Democrats’ momentum for a fresh drive to quickly impeach outgoing President Donald Trump gained support Saturday, and a top Republican said the president’s role in the deadly riot at the Capitol by a violent mob of Trump supporters was worthy of rebuke.
Sen. Pat Toomey, R-Pa., said he believed Trump had committed “impeachable offenses.” But he stopped short of saying whether he would vote to remove the president from office at the conclusion of a Senate trial if the House sent over articles of impeachment.
“I don’t know what they are going to send over and one of the things that I’m concerned about, frankly, is whether the House would completely politicize something,” Toomey said Saturday on Fox News Channel, speaking of the Democratic-controlled House.
“I do think the president committed impeachable offenses, but I don’t know what is going to land on the Senate floor, if anything,” Toomey said.
The new Democratic effort to stamp Trump’s presidential record — for the second time and days before his term ends — with the indelible mark of impeachment gained momentum Saturday.
Rep. David Cicilline, D-R.I, a leader of the House effort to draft impeachment articles — or charges — accusing Trump of inciting insurrection, said his group had grown to include 185 co-sponsors.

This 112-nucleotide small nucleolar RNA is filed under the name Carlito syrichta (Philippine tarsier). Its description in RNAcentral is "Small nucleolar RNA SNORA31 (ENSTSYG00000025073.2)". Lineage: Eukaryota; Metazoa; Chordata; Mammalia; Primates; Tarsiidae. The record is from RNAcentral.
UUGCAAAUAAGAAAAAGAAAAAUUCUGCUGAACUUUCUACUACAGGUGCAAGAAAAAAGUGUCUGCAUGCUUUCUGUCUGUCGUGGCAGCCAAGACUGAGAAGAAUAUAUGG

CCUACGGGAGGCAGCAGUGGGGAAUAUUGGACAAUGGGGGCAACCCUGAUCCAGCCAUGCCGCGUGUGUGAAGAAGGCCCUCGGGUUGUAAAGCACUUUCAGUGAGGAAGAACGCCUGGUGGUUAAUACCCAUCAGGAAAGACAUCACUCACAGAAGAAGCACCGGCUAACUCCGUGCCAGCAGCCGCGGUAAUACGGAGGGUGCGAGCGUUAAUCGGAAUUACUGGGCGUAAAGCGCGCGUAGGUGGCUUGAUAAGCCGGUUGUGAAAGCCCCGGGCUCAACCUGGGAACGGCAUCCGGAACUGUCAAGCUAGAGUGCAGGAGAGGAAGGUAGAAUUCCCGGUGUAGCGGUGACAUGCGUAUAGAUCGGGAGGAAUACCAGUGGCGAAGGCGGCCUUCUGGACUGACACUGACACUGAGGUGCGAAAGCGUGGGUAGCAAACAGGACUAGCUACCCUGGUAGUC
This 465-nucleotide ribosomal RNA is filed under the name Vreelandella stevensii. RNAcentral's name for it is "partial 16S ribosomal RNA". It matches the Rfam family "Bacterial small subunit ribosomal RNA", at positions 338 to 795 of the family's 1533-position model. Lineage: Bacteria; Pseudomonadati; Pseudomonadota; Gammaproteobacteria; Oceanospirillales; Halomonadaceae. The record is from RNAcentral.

Lawmakers plan to formally introduce the proposal on Monday in the House, where articles of impeachment must originate. A vote could be possible by Wednesday — exactly one week before Democrat Joe Biden becomes president at noon on Jan. 20.
The articles, if passed by the House, would then be transmitted to the Senate for a trial, with senators acting as jurors who would ultimately vote on whether to acquit or convict Trump. If convicted, Trump would be removed from office and succeeded by the vice president.
House Speaker Nancy Pelosi, however, shared no details about her party’s plans as she addressed her hometown San Francisco constituents during an online video conference on Saturday.
“Justice will be done. Democracy will prevail. And America will be healed,” she said. “But it is a decision that we have to make.”
A violent and largely white mob of Trump supporters overpowered police, broke through security lines and rampaged through the Capitol on Wednesday, forcing lawmakers to scatter as they were putting the final, formal touches on Biden’s victory over Trump in the Electoral College.
The crowd surged to the domed symbol of American democracy following a rally near the White House, where Trump repeated his bogus claims that the election was stolen from him and urged his supporters to march in force toward the Capitol.
Five people, including a Capitol police officer, died as a result of the siege.
“It has been an epiphany for the world to see that there are people in our country led by this president, for the moment, who have chosen their whiteness over democracy,” Pelosi said of the attack.
She added: “This cannot be exaggerated. The complicity, not only the complicity, the instigation of the president of United States, must and will …read more
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